• Can I hand wash all vintage clothes? No! There are vintage fabrics that should never come into contact with water because of a high possibility of shrinkage or fabric bleed. If you hand wash a crepe-textured vintage garment or wool, it might survive the bath but it will only fit a child. Same with Cashmere. However, the latter can be reshaped with a soak in cold water and a few tablespoons of hair conditioner. I managed to reshape the 1940s CC41 rayon dress with the help of a cheap drugstore hair conditioner.
CC41 Utility Clothing Scheme. Vintage fashion blog.
As you can see, the CC41 dress is a little bit too short on me. I’m 5’10 and I think that this particular dress would look best on someone who was 5’7. I don’t like to show my knees but occasionally, I have seen pictures of women in the 1940s in dresses ending above the knees just like mine.
  • Is it 100% safe to send vintage clothes to the dry cleaner? The simple answer is, no. It would be best if you only used a dry cleaner experienced in handling vintage and antique clothes. And even that’s not a guarantee that your vintage garment won’t be damaged in the process. Antique and vintage silk might shatter or deteriorate over time. It might be because of the quality of the fabric, dry rot or bad storage practices.
how to wash vintage clothes like a pro
How to wash vintage clothes like a pro!

Fabric shrinkage and bleeding are the two main catastrophes that may occur when washing & drying vintage clothes the wrong way.

Never use water on vintage velvet, moire pattern, crepe or sequins ( especially if they are made of gelatine), because they will melt! Sequins can also be damaged during dry-cleaning so my advice would be NOT to clean any garment embellished with sequins. Spot cleaning is the only option.

•Use a wet Q-tip and rub the colours you want to test for bleed. If the colour transfer occurs do NOT immerse the garment in the water!

I’m always extremely careful when hand-washing vintage but mistakes happen, even to me.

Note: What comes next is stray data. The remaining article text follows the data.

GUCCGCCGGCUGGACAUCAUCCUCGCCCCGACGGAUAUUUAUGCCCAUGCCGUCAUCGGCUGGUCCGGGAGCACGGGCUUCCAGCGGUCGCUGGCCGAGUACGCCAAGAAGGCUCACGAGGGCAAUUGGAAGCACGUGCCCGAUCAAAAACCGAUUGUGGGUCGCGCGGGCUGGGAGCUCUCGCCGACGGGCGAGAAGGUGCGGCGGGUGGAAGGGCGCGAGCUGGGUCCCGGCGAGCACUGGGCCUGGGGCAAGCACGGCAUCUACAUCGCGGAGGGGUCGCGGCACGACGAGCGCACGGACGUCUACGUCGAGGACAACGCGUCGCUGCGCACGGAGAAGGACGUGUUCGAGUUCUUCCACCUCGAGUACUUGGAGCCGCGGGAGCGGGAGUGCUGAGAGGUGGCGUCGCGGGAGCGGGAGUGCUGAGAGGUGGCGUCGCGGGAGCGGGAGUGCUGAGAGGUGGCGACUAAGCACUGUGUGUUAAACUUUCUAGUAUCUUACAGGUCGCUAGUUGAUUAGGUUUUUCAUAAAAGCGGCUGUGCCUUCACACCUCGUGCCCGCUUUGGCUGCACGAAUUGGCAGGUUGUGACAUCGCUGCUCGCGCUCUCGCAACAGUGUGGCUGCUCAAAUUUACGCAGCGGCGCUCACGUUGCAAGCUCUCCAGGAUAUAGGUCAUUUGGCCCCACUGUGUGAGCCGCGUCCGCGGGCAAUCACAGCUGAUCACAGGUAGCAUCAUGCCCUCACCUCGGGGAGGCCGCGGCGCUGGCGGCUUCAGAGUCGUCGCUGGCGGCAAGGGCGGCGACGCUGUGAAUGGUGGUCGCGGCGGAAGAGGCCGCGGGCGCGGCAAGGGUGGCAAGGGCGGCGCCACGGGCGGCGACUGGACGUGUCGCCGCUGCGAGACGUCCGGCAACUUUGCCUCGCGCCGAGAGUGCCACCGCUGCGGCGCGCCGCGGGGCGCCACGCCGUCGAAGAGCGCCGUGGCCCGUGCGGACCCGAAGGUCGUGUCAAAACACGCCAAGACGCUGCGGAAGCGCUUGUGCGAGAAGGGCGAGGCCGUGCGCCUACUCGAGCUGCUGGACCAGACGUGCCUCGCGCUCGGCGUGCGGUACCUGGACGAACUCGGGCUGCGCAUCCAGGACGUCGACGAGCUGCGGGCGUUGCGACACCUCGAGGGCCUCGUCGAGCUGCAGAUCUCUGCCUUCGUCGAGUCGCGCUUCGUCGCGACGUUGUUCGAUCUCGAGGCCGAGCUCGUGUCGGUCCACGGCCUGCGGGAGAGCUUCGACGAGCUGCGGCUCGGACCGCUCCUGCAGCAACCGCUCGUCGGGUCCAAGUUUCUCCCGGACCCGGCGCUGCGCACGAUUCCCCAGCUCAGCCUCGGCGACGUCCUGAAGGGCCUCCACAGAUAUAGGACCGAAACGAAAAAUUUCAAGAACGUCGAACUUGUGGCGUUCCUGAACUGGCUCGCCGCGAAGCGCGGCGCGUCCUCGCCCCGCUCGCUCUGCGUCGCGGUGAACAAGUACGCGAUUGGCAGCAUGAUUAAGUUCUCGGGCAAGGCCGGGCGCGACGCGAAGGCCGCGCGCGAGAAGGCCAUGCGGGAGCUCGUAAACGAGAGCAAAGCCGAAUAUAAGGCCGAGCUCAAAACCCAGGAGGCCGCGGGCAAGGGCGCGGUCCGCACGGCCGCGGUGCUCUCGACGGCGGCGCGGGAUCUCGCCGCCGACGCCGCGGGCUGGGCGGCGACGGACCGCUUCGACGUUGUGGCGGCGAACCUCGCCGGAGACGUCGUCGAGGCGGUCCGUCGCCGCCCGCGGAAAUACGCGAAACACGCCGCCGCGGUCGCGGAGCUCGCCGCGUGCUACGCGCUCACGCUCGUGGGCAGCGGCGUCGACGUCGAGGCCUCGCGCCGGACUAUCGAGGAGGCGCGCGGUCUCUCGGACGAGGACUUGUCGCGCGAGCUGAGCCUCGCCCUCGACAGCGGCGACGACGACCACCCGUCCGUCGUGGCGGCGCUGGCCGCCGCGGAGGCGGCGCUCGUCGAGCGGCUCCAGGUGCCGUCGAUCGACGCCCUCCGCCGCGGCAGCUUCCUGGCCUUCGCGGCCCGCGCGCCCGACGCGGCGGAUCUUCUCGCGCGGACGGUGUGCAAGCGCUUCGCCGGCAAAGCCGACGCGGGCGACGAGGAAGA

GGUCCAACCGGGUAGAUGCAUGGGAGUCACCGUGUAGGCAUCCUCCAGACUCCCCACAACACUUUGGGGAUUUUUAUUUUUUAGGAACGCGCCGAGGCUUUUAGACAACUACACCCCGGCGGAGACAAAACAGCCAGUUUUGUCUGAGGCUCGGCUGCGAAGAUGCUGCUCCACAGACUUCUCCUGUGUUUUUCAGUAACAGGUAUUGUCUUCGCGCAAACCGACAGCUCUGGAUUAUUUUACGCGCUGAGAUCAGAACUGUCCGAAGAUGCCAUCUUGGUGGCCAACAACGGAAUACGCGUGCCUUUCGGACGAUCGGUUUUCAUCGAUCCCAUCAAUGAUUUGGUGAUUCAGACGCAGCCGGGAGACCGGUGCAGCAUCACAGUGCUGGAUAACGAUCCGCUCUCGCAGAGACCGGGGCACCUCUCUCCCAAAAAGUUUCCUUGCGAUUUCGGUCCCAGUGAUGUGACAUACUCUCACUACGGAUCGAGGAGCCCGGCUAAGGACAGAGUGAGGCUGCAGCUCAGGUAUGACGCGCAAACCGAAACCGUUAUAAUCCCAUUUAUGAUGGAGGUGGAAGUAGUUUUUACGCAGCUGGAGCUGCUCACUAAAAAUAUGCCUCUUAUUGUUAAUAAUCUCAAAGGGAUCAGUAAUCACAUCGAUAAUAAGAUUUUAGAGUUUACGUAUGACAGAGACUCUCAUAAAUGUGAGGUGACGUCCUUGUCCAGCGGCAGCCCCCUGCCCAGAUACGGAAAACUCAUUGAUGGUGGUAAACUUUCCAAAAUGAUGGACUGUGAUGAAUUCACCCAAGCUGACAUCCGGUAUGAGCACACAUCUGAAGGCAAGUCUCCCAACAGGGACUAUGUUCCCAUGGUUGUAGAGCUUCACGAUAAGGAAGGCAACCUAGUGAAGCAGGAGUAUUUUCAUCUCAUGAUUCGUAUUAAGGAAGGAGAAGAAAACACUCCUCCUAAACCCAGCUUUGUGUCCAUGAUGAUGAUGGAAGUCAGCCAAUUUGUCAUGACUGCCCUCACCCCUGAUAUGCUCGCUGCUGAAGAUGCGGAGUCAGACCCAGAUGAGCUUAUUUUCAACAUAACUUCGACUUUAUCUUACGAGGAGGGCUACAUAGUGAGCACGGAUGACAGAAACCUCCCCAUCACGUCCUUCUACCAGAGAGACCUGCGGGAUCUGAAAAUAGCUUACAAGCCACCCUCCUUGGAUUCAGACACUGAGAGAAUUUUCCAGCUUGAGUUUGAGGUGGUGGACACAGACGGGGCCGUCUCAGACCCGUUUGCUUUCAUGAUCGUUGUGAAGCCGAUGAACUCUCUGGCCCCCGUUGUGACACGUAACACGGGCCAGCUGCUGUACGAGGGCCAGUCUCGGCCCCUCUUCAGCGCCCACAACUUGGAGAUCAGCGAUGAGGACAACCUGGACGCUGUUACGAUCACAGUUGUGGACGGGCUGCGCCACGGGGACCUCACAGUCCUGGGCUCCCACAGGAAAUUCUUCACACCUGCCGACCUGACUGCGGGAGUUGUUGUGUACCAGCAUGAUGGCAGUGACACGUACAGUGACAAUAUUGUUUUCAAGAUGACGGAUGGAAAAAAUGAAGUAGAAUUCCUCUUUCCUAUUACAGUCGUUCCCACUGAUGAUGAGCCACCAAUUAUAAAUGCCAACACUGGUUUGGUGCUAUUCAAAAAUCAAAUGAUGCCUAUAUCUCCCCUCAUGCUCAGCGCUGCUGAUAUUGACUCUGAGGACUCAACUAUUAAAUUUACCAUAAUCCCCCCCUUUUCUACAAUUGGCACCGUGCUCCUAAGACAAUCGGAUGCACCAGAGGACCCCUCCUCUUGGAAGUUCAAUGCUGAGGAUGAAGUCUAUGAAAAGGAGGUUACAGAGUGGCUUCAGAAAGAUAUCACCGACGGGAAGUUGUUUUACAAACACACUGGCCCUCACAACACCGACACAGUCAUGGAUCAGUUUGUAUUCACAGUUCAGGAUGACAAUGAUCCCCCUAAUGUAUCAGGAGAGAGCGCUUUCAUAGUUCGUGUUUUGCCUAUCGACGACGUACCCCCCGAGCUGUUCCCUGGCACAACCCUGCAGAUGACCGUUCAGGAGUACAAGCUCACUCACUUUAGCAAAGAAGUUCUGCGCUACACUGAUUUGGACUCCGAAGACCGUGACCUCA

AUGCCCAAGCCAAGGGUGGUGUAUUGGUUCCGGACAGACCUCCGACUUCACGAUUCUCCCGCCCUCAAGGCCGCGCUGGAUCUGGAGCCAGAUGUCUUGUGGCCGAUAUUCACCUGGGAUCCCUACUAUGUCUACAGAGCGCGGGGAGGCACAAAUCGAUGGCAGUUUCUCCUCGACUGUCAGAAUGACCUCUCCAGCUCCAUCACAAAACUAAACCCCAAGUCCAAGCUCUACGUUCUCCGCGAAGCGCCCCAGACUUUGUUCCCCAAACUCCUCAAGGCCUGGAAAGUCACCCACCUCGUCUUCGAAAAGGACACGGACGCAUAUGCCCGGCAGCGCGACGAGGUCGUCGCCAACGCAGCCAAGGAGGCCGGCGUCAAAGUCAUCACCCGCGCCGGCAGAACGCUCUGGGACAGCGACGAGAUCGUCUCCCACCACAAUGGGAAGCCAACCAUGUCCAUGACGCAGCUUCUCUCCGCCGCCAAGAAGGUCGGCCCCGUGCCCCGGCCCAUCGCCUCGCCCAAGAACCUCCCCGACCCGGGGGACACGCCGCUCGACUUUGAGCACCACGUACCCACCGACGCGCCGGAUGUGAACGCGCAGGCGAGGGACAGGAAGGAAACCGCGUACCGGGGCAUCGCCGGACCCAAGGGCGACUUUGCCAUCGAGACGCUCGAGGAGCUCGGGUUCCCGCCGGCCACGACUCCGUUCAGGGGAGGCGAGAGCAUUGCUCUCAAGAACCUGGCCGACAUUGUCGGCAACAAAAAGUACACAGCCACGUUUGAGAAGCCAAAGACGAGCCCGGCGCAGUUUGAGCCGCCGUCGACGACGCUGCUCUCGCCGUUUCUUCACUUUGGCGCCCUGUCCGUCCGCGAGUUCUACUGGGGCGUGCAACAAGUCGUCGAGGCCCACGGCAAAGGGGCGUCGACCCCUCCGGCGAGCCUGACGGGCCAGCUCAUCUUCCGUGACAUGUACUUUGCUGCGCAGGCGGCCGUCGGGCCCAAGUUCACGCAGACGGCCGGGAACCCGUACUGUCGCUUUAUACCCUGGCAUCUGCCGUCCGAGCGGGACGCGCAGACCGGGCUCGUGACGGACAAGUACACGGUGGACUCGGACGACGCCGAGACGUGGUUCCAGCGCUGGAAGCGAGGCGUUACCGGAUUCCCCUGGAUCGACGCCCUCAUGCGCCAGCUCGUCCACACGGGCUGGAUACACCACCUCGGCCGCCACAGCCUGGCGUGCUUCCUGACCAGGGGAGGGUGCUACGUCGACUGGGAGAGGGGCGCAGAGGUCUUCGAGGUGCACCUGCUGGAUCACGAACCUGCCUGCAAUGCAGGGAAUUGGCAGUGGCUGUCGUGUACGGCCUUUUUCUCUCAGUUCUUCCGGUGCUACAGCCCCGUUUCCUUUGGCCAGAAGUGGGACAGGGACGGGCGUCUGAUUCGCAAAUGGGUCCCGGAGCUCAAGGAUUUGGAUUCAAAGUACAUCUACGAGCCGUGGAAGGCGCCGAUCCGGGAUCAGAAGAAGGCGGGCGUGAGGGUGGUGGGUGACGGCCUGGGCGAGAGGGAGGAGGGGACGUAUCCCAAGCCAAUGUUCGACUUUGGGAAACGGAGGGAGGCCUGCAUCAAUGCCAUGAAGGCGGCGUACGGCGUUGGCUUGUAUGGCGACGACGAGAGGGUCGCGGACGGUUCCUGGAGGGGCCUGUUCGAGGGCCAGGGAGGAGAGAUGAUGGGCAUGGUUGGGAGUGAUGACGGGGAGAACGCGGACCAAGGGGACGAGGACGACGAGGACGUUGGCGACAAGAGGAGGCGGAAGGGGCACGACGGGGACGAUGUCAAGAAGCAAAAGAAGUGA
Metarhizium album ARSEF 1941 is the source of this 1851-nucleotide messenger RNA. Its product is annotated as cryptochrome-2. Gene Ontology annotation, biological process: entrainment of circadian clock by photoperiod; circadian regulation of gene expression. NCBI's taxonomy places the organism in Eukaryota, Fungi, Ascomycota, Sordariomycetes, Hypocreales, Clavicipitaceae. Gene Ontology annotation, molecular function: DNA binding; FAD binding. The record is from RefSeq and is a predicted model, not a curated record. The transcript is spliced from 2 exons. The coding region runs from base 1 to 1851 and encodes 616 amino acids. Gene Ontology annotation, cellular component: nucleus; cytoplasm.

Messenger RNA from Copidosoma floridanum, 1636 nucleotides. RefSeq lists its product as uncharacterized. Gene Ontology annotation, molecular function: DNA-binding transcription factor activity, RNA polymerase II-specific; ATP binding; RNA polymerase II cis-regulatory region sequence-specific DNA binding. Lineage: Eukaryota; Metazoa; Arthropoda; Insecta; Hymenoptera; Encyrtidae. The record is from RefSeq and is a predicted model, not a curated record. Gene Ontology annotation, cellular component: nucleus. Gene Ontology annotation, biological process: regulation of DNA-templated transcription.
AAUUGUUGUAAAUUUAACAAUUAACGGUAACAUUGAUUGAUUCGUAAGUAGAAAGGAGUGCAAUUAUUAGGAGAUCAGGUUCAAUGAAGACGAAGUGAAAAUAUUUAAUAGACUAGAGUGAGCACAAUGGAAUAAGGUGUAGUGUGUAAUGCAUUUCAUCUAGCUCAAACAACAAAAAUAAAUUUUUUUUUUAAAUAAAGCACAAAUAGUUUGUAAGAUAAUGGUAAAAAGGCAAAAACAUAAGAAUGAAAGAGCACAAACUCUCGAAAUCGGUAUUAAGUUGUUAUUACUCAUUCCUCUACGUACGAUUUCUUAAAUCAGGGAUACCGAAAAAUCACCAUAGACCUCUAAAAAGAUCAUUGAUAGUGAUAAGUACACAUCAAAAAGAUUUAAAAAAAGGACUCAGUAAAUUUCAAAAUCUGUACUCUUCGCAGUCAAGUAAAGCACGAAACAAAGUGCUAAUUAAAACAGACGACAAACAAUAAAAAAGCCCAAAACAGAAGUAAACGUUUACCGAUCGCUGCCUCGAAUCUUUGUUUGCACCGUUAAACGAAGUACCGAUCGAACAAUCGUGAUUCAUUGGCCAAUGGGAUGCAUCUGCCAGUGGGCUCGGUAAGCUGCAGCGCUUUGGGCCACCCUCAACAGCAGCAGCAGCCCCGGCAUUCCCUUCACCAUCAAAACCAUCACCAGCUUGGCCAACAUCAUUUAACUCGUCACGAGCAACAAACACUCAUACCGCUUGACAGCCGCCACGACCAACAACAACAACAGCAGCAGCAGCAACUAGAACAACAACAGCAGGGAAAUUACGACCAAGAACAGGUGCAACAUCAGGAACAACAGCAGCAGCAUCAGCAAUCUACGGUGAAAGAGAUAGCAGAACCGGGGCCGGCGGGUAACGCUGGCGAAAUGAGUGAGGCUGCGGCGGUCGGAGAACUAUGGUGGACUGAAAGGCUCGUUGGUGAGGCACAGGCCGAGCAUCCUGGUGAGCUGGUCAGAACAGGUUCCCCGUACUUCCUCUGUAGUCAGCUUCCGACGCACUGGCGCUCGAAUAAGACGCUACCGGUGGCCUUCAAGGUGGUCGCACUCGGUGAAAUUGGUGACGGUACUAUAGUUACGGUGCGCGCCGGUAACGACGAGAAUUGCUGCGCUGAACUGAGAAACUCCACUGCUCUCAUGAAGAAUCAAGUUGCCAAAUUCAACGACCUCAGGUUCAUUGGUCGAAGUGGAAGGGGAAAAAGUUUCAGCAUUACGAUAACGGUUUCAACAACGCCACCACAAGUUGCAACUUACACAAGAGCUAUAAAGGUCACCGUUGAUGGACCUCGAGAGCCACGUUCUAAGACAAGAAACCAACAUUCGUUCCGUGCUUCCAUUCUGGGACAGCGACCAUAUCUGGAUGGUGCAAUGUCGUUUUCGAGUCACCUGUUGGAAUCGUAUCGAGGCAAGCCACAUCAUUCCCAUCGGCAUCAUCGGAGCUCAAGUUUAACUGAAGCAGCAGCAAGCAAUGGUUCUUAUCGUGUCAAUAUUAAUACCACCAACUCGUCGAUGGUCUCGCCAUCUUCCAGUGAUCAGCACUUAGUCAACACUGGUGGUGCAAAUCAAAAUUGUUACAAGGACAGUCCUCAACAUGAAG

Once, I didn’t think to do a test on the label attached to my 1950s dress and of course, a bleed occurred. Luckily, only the inner side of the white collar suffered from the red tag attack.

I took a close-up picture of the damage to show you what happens when you don’t ‘think pink’ when washing white clothes with a red tag.

how to wash vintage clothes

Understanding Vintage Fabric

Different fabrics require different care and cleaning methods to ensure the longevity of the garment. By familiarizing yourself with the various fabric types commonly found in vintage clothing, you can better preserve and care for your treasured pieces.

Can I wash vintage clothes in a washing machine?

how to wash vintage clothes like a pro
Picture from Google Arts & Culture. ‘American Housewife’ Life magazine, 1941.
  • If your garment is from the 1970s or later it will definitely have a care label unless it fell off. Vintage fabrics from the 70s and the 80s that can be machine-washed on a delicate wash cycle.
  • Pure Vintage polyester (my most hated fabric!) can be machine-washed.
  • Pure vintage linen- you can try machine washing on a very delicate cycle but as is the case with cotton, shrinkage may occur.
  • Cotton can be washed in warm but not hot water.


Please note that there is always the risk that a print on vintage fabric might fade if you wash it in a washing machine and there is always the risk of shrinkage.

I strongly advise that you always choose to hand wash your vintage clothes over machine washing, even if the latter is acceptable. Why risk accidental damage? You will prolong the life of your precious clothes by caring for them the proper way.

I always place the new-to-me vintage garments made of wool in the freezer for at least 24-48 hours to avoid the risk of a moth infestation!

How to store vintage clothes the right way.


For the purpose of giving my readers the best advice on storing vintage, I interviewed a textile conservator with over twenty-five years of experience in handling antique textiles in museums.

I hope that the article will help answer all your questions regarding the dos and don’ts when it comes to storing vintage clothes the proper way.

Handwashing Vintage Clothes Step-by-Step Instructions

best detergent for washing lingerie
How to wash vintage clothes!

How to handwash vintage clothes? Steps for hand washing vintage clothes like a pro:

  • Hand wash one vintage item at a time!
  • Before you immerse vintage clothes in water, always follow my recommendation for checking for colour bleed (instruction above) and possible shrinkage.
  • You should always hand-wash vintage clothes in a clean sink because you don’t want dirt or possible grease to transfer onto your clothes.
  • Never Wash Vintage Clothes in Hot Water.